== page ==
Currently, the Canalscape project is in the research and discussion stages in Valley Forward’s land use and open space committee. By the end of this year, Valley Forward hopes to create a separate Canalscape committee to allow all of Valley Forward’s members to participate in the creation process, says George Pasquel III, chair of the land use and open space committee.

Canalscape fits perfectly with two of Valley Forward’s goals — promoting sustainability and giving Phoenicians a high quality of life, Hicks says.

Two important aspects of the Canalscape vision are to bring nature into the city by not hardscaping the selected areas, and to keep the ground level spaces public to attract visitors.

“When the ground floor is public, it’s saying welcome,” Ellin notes.

Each “canalscaped” location would have a unique look. The Canalscape developments could range from a naturally landscaped public recreation area to a public school to small urban hubs complete with restaurants, grocery stores and dry cleaners, Ellin says.

Canalscape’s urban centers would create a lifestyle in which walking, biking and mass transit replace cars as the main modes of transportation, thus making the Valley more sustainable and increasing the quality of life, Ellin says.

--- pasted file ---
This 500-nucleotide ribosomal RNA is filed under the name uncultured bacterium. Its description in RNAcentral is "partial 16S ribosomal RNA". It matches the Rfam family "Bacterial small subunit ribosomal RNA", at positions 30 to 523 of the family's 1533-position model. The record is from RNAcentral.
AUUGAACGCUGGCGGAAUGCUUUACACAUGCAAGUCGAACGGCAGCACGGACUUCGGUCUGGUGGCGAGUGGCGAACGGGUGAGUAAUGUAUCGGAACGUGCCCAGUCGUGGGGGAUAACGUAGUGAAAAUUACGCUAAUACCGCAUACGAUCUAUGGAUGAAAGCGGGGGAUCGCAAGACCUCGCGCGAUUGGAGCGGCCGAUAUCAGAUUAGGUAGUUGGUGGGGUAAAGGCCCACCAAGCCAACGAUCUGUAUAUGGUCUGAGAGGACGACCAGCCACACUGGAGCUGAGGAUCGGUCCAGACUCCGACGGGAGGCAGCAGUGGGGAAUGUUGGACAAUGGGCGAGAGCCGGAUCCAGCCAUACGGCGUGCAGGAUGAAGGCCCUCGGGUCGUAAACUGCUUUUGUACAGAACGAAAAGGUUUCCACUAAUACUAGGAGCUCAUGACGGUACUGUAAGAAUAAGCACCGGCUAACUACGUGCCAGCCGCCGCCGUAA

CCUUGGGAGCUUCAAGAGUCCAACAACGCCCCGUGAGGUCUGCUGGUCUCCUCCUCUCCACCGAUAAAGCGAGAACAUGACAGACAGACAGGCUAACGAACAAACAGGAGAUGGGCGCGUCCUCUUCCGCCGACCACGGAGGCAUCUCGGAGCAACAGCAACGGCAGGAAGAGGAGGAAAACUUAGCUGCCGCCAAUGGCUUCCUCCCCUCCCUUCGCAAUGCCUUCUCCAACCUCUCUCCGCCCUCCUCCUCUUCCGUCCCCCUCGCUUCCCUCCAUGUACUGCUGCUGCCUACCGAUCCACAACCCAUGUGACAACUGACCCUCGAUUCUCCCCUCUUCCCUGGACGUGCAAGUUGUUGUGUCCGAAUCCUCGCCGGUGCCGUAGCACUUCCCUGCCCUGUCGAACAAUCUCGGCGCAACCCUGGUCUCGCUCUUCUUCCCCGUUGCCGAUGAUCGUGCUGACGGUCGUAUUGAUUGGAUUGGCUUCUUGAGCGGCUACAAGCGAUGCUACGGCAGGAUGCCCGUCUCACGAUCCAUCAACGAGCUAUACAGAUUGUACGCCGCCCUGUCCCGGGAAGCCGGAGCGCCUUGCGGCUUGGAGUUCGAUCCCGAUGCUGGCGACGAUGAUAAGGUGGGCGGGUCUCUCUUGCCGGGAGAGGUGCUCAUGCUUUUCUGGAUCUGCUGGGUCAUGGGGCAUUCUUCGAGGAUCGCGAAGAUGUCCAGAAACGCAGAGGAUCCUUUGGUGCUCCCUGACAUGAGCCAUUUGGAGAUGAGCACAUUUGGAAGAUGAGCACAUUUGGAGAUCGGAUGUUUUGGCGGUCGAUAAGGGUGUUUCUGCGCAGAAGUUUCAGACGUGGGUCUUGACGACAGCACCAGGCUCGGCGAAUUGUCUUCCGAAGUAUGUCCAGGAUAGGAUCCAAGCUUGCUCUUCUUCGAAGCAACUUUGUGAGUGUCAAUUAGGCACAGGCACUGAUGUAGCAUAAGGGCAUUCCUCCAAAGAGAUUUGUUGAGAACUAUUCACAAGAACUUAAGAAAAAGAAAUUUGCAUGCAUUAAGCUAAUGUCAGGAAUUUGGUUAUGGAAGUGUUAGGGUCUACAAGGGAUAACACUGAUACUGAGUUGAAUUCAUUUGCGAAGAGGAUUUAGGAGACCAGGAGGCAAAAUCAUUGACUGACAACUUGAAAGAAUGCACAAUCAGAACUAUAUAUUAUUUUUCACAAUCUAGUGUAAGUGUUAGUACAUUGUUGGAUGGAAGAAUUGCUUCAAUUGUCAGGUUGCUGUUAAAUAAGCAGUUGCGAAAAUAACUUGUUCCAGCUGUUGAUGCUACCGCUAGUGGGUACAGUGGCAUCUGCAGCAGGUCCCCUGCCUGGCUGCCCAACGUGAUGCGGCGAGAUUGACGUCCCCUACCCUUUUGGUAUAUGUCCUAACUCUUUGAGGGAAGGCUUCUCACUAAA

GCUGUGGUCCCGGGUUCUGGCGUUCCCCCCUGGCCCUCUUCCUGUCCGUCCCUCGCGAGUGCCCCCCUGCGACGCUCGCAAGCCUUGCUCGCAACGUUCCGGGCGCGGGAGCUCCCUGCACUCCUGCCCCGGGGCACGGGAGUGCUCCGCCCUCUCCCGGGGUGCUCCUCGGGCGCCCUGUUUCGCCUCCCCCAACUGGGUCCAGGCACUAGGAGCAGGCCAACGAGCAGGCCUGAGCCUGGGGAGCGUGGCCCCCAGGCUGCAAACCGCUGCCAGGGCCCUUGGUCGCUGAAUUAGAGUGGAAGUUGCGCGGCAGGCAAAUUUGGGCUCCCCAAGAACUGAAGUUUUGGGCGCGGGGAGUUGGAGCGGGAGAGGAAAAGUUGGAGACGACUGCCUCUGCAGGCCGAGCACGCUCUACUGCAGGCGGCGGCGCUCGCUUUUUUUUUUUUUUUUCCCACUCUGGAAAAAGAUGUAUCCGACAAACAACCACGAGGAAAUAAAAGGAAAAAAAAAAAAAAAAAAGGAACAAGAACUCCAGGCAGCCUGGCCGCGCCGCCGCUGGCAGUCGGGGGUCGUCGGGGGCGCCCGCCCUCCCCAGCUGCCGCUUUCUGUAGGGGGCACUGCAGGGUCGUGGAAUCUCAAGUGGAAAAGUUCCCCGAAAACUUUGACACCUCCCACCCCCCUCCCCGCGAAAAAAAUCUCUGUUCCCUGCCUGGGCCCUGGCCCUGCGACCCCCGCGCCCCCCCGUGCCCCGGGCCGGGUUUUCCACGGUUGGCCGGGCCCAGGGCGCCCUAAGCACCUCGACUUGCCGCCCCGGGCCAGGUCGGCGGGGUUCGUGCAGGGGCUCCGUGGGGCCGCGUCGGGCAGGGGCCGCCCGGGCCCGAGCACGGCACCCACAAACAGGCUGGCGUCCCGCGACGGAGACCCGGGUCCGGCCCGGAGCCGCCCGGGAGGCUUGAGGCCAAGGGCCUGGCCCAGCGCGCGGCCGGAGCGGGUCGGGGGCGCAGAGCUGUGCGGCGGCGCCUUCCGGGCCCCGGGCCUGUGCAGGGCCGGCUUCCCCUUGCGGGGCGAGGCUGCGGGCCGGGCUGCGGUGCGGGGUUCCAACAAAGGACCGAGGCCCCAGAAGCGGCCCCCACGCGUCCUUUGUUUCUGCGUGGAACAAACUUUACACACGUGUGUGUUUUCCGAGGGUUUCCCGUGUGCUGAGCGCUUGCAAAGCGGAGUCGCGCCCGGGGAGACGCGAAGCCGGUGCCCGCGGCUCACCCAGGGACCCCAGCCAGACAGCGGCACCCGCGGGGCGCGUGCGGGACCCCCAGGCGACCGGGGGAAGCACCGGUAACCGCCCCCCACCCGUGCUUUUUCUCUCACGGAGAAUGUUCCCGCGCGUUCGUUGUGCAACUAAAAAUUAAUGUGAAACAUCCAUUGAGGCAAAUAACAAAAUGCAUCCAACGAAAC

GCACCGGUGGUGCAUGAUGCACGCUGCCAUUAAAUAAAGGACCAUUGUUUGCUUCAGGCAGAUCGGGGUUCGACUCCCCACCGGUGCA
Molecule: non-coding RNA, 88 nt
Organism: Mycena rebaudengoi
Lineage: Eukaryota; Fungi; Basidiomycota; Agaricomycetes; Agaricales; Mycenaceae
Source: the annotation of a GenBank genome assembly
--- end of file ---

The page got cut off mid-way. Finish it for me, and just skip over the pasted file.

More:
Currently, there are several locations being considered for Canalscape’s pilot project, but no decisions have been made.

“The best location for a pilot project is whatever location can get implemented the fastest, have the most positive public impact and be the greatest catalyst for future locations,” Pasquel says.

Gateway Community College, which houses the Canalscape Exhibit, is a possible location and GCC President Eugene Giovannini says he hopes the college is chosen.

“I can’t think of another area in the city that is more worthy of the initial pilot project (to) move (Canalscape) forward, because of its location as it relates to mass transit and an underserved, underdeveloped area in the city,” Giovannini says.